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HomeDaily Dose of HistoryDAILY DOSE OF HISTORY: Benjamin Banneker - Scientist

DAILY DOSE OF HISTORY: Benjamin Banneker – Scientist

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Ellicott’s Mills

Benjamin Banneker was born on November 9, 1731, in Ellicott’s Mills, Maryland. His father, Robert Banneky, was a former slave. His mother, Mary Banneky, was the product of an indentured servant, Bannka, and an Englishwoman, Molly Welsh.


When Banneker was a child, his maternal grandmother taught him how to read. Although he was born free, he was still Black and unable to attend most schools. He did, however, attend a small Quaker school for a short period of time. For the most part, though, he was self-educated.

Early Inventions

As a result of Banneker’s level of intelligence, he invented a number of useful utilities. He constructed an irrigation system for his family’s farm. He also created a wooden clock that was said to have kept time accurately and continued to work for over 50 years. After his father died, he made a living by farming and selling tobacco.


Banneker’s intelligence caught the attention of the Ellicott family. The Ellicotts made their fortune by building gristmills in Baltimore, Maryland in the 1770s. George Ellicott loaned Benjamin a number of books on astronomy. From reading those books, Banneker was able to accurately predict lunar and solar eclipses.
As a result of his enthusiasm and knowledge of astronomy, Andrew Ellicott, George Ellicott’s cousin, hired Banneker to assist him. Ellicott was hired by the nation’s capital city to survey territory and in turn, he hired Benjamin. He worked in the observatory tent where he tracked the movement of the stars using a zenith sector. He suddenly fell ill and could only work for three months.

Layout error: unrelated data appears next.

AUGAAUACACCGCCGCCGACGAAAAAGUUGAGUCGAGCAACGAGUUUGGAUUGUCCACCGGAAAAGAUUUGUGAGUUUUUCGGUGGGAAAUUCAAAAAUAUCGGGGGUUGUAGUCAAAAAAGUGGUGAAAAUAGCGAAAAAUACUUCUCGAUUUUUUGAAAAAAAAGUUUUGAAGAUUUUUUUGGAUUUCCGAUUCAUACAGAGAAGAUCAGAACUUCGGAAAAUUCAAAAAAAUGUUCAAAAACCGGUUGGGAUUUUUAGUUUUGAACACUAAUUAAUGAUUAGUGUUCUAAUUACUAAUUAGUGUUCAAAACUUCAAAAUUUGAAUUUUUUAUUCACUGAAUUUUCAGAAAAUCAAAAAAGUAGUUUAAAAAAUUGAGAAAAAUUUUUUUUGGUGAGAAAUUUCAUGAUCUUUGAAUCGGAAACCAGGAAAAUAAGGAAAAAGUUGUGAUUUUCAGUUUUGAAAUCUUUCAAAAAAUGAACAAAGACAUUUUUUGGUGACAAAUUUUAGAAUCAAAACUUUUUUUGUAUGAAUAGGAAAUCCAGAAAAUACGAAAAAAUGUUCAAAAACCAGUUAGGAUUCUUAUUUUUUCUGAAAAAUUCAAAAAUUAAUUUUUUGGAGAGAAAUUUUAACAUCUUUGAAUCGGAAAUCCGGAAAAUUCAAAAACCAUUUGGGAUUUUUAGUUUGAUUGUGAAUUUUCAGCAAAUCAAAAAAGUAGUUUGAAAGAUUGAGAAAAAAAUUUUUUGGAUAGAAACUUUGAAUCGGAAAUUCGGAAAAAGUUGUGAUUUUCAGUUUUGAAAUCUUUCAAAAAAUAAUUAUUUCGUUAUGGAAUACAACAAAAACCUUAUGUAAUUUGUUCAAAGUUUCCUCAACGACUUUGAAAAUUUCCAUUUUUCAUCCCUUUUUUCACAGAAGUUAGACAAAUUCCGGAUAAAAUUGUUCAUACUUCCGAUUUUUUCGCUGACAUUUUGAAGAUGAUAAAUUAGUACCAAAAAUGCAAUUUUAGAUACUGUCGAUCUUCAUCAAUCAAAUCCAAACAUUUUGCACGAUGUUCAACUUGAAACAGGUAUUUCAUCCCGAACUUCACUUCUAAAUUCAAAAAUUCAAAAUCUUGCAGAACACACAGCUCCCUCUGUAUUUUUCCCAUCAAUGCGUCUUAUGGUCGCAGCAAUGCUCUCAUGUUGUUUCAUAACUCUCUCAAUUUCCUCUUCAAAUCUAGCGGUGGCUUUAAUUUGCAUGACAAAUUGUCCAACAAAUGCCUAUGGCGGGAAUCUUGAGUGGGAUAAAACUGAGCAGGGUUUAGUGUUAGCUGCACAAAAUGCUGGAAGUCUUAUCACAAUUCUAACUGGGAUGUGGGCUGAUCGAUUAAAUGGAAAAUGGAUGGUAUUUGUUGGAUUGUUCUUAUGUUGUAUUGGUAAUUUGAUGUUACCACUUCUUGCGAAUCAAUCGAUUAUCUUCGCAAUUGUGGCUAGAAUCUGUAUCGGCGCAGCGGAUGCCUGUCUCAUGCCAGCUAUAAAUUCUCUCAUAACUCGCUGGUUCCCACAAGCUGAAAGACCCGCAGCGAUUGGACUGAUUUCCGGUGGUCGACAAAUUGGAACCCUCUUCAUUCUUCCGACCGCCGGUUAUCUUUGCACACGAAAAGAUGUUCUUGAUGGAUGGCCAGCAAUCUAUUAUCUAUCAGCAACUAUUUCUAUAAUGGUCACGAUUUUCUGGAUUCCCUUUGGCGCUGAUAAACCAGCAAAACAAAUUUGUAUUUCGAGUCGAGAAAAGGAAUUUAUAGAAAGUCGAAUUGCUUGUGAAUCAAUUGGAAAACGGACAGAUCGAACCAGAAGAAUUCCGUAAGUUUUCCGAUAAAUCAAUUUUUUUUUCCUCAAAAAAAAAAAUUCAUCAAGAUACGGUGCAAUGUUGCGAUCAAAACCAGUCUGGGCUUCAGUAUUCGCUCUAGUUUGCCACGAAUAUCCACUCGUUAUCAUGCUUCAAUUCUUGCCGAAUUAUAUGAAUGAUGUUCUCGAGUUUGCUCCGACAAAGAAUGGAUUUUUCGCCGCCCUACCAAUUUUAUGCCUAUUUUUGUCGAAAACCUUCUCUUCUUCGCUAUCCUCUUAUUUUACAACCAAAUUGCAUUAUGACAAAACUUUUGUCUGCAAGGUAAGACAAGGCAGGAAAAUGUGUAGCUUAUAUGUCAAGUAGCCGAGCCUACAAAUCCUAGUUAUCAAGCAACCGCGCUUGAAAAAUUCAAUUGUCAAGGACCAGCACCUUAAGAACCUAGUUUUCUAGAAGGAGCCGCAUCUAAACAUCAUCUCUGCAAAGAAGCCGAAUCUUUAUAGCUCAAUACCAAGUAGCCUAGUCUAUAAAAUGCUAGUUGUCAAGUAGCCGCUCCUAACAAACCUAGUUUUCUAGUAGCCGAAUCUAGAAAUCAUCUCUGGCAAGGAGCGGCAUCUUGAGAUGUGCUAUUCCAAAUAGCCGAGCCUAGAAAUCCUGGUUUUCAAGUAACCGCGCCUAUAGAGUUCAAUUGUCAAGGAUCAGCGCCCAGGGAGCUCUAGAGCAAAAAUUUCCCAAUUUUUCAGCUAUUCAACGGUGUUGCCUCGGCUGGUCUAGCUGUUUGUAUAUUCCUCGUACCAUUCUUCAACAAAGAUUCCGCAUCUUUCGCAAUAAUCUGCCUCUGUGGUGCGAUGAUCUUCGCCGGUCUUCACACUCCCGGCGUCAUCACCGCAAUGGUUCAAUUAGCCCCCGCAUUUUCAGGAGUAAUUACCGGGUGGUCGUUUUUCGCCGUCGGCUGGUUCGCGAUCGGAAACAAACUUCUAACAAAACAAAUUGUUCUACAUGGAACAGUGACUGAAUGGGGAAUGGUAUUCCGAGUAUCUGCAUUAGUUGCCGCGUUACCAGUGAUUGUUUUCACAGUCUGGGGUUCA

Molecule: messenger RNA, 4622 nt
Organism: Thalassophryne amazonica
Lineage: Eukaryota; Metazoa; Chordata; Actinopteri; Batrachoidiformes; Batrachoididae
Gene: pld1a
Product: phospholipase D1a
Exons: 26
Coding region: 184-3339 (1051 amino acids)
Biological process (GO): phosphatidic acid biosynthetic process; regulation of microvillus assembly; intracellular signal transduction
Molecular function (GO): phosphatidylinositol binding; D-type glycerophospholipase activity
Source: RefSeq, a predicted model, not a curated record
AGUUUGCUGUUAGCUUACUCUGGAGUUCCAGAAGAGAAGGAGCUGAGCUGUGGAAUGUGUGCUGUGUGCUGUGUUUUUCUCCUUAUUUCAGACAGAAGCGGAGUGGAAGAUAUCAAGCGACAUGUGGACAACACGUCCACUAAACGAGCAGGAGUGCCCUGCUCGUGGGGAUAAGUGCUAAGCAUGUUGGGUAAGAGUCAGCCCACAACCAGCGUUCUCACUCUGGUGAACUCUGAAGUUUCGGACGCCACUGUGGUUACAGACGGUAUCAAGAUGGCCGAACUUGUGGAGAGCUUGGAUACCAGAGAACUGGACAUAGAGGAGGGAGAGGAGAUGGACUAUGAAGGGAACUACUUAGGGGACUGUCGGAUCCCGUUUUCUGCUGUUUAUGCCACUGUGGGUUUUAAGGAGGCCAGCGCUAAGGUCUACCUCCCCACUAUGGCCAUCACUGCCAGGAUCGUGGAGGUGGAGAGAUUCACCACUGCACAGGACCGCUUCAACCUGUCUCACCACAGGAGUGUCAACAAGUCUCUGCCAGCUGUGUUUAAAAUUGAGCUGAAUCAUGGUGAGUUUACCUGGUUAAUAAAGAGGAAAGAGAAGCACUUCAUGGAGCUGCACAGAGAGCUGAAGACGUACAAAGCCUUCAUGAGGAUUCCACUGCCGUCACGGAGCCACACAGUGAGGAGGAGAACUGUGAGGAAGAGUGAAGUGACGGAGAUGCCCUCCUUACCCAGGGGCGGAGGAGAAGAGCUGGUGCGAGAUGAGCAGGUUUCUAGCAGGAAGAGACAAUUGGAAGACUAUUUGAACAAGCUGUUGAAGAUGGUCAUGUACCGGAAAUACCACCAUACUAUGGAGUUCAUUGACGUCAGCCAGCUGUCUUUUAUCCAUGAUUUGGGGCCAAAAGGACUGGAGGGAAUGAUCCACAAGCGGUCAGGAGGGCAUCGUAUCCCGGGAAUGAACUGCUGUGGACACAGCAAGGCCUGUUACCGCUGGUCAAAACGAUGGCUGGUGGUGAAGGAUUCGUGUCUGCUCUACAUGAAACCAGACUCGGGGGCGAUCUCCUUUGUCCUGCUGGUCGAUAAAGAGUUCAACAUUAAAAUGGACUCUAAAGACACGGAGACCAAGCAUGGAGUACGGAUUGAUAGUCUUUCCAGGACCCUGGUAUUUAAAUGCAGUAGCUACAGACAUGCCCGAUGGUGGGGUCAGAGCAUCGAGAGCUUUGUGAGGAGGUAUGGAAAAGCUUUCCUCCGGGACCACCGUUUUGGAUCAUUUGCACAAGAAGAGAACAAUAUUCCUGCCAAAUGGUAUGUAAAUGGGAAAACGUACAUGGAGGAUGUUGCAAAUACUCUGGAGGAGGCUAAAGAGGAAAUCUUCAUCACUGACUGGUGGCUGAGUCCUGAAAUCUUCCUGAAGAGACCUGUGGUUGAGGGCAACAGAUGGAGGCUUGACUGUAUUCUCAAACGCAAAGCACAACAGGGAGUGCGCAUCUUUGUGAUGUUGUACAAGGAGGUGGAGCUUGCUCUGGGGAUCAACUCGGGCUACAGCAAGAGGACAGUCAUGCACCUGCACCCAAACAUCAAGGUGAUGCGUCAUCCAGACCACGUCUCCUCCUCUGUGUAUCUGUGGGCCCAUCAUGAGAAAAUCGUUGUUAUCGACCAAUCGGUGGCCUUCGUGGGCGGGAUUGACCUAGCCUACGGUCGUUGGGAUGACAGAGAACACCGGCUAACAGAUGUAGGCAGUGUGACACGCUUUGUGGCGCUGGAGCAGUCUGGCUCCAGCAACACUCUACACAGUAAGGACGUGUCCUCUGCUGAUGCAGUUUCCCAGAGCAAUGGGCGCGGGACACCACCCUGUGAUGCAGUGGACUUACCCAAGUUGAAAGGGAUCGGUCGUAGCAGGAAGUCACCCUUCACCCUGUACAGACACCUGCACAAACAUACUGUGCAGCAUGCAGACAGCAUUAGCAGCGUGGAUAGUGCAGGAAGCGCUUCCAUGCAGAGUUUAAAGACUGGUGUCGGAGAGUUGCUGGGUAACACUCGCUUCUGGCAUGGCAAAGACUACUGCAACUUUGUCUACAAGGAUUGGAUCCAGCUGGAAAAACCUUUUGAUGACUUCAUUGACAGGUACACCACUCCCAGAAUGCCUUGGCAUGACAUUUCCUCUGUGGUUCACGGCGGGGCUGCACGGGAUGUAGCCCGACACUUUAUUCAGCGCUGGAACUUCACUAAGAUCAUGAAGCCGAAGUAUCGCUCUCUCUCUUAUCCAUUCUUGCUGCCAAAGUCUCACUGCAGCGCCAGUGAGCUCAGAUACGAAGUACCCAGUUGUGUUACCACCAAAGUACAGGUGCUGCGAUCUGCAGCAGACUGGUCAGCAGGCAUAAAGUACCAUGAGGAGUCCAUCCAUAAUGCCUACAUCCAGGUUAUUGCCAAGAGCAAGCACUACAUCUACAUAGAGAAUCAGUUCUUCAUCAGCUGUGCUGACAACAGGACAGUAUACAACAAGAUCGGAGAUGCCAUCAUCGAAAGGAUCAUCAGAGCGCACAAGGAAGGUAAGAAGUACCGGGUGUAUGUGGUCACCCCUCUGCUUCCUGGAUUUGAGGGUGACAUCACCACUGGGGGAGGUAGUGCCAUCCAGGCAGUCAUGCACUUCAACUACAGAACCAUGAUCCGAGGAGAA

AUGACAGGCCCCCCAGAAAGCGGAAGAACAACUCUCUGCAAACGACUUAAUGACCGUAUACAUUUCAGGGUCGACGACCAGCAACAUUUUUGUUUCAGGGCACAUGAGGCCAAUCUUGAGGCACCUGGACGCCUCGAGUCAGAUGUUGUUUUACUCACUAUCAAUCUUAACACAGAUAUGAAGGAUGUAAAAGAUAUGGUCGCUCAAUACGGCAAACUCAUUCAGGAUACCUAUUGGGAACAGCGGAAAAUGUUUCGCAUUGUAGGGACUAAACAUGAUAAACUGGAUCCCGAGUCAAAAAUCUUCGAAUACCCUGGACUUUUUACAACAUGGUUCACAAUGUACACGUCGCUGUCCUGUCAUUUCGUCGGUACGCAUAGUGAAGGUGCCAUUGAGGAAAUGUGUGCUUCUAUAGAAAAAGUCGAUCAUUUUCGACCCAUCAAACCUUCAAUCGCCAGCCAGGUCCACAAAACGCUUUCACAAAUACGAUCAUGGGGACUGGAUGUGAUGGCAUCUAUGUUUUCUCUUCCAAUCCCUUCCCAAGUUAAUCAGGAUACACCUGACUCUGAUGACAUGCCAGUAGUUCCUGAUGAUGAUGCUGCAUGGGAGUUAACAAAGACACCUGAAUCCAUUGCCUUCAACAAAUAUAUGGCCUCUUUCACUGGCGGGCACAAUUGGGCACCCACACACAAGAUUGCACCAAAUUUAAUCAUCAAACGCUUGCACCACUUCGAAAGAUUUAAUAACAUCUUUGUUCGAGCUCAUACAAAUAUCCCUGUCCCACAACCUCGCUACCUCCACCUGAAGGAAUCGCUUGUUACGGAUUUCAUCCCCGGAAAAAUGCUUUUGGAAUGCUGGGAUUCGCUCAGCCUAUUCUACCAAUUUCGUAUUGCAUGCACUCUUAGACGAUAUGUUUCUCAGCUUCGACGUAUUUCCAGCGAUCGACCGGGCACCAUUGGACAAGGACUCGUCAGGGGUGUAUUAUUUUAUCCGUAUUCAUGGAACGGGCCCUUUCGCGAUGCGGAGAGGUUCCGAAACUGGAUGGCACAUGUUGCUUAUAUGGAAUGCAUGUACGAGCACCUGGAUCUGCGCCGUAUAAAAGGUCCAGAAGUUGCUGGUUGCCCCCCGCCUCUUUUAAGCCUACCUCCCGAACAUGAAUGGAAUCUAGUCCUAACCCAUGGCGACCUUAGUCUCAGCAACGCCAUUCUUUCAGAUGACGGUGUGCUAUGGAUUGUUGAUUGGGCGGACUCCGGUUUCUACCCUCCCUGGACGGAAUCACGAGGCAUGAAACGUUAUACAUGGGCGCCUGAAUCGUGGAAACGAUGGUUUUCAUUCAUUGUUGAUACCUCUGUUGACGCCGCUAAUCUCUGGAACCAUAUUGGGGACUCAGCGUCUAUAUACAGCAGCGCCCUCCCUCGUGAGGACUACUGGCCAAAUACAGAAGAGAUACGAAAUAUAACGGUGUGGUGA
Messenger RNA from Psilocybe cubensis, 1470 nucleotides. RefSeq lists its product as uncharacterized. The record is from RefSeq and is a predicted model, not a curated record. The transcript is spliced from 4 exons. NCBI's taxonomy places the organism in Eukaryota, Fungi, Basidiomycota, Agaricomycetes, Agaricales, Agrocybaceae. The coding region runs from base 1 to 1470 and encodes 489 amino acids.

Benjamin Banneker, Black scientist, Black clock maker, Black History, Black History 365, DDH: Daily Dose of History, We Buy Black, 4 The Culture


From 1792 to 1797, Banneker published six consecutive issues of his Almanacs which brought him acclaim. His Almanacs consisted of his astronomical calculations, literature, information about bees and locusts, and much more. Fishermen particularly found his almanacs useful since he also included information about tides.


While Banneker constantly educated himself, he also kept in mind the condition of his fellow Black people in America. Therefore, he wrote a letter to then-secretary of state, Thomas Jefferson. In his letter, he called for Jefferson to eradicate his ideas about Black people being subservient to the White race.
In the hopes of persuading Jefferson, he included a handwritten copy of his 1792 Almanac which showed his astronomical calculations. Jefferson responded to his letter, praising Banneker for his work. Jefferson also sent the Almanac to the Secretary of the Academy of Sciences at Paris so that it may serve as justification for the Black race’s demand for equality and freedom.

Later Years

Sales of Banneker’s Almanacsdeclined. He sold most of his farm to the Ellicotts in order to make ends meet. After his usual morning walk on October 9, 1806, Benjamin Banneker returned to his log cabin where he died in bed. He was 74 years old and only a month shy of his 75th birthday. Many of his calculations were destroyed in a mysterious house fire shortly after his death.
Benjamin Banneker, Black scientist, Black clock maker, Black History, Black History 365, DDH: Daily Dose of History, We Buy Black, 4 The Culture
**The views and actions of the DDH historical figures that are featured may not reflect the views and beliefs of Ramiro The Writer or We Buy Black. Thank you.**

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